Louisville Archdiocese Announces Reforms to Prevent, Respond to Abuse of Children
By Peter Smith email@example.com
The Courier-Journal [Louisville KY]
Downloaded August 28, 2003
The Archdiocese of Louisville today unveiled new policies on preventing and responding to the sexual abuse of children, aiming to avoid a repeat of the crisis that cut deeply into the church's credibility and treasury.
The policies, designed to make all of the archdiocese's parishes, schools and agencies safe for children, match and in some cases are stricter than current state and church laws on sexual abuse.
The policies echo the decision by Catholic bishops nationwide to bar any priest from the ministry for even a single confirmed instance of sexual abuse, and they also call for the immediate dismissal of any lay employee or volunteer who is involved in abuse.
The archdiocese will now also report all accusations of sexual abuse of minors to police, even if brought by an adult who was abused as a child. Previously the church had followed the letter of Kentucky law, which required the reporting of abuse only if the alleged victim was still a child.
Other forms of sexual misconduct can also lead to firing or lesser discipline under the new policies. They include sexual harassment, such as unwelcome sexual advances or conduct, and sexual exploitation, defined as sexual contact that an employee has with an adult under his or her ministerial or therapeutic care.
The archdiocese will also hold more than 25 training sessions for church workersthis fall in conjunction with the Center for Women and Families, a local organization advocating for victims of domestic and sexual abuse. The sessions will focus on detecting, preventing and reporting sexual abuse. The archdiocese will also work with the center to adopt a "safe touch" program in the Catholic school curriculum, teaching children how to protect themselves.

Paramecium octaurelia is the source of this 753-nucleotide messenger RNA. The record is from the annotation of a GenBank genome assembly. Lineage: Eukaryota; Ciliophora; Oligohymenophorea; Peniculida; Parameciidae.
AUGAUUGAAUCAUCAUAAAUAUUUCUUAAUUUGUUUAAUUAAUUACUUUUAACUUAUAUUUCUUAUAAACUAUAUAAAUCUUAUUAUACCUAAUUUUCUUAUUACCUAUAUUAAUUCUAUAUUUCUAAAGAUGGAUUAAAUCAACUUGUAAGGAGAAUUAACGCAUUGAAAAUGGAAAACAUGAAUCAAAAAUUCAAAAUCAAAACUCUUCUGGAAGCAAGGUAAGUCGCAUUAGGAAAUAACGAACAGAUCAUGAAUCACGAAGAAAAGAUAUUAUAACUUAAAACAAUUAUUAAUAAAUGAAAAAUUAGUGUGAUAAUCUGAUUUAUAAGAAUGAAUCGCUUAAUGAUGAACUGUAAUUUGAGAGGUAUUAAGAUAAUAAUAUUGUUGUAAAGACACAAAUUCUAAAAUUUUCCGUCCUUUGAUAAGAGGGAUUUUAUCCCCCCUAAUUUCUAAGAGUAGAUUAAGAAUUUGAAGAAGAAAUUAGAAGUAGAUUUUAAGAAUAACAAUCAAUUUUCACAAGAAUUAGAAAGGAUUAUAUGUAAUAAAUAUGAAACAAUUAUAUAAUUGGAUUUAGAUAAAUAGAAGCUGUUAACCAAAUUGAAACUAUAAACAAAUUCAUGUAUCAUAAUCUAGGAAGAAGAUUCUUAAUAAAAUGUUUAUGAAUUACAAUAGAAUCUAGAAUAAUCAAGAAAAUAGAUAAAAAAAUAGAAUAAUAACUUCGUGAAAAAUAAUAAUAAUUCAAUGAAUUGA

The archdiocese released the policies as it works to regroup from the $25.7 million settlement paid this summer to 243 victims of sexual abuse by priests and others connected with the church over the past half-century. The archdiocese has also reduced its budget, cut one-fifth of its staff and raised parish assessments paid to support the archdiocese. Eleven lawsuits remain pending.
"No child or adult should ever experience abuse at the hands of a church minister, Archbishop Thomas C. Kelly wrote in a letter introducing the new policies. "Past failures add urgency to the need to take decisive action in the future."
Key elements of the policies "include the mandate to respond with compassion and care to victims of sexual abuse, to report all instances of child abuse to authorities, and to remove offenders permanently from ministry," he wrote.
The policies are designed to harmonize with Kentucky state law and with new, stricter policies adopted last year by American bishops and approved by the Vatican. They update previous policies that the archdiocese had published on sexual abuse in 1993. The policies now appear on the archdiocese's Web site, www.archlou.org,which also provides links to church policies and other information on sexual abuse as well as to organizations that deal with the issue.
Highlights of the policy revisions:
Under the Charter for the Protection of Children and Young People approved last year by bishops and ratified by the Vatican, any priest who has sexually abused a child even once will be permanently barred from ministry. The case will be reported to the Vatican for possible removal of the offender from the status of priest.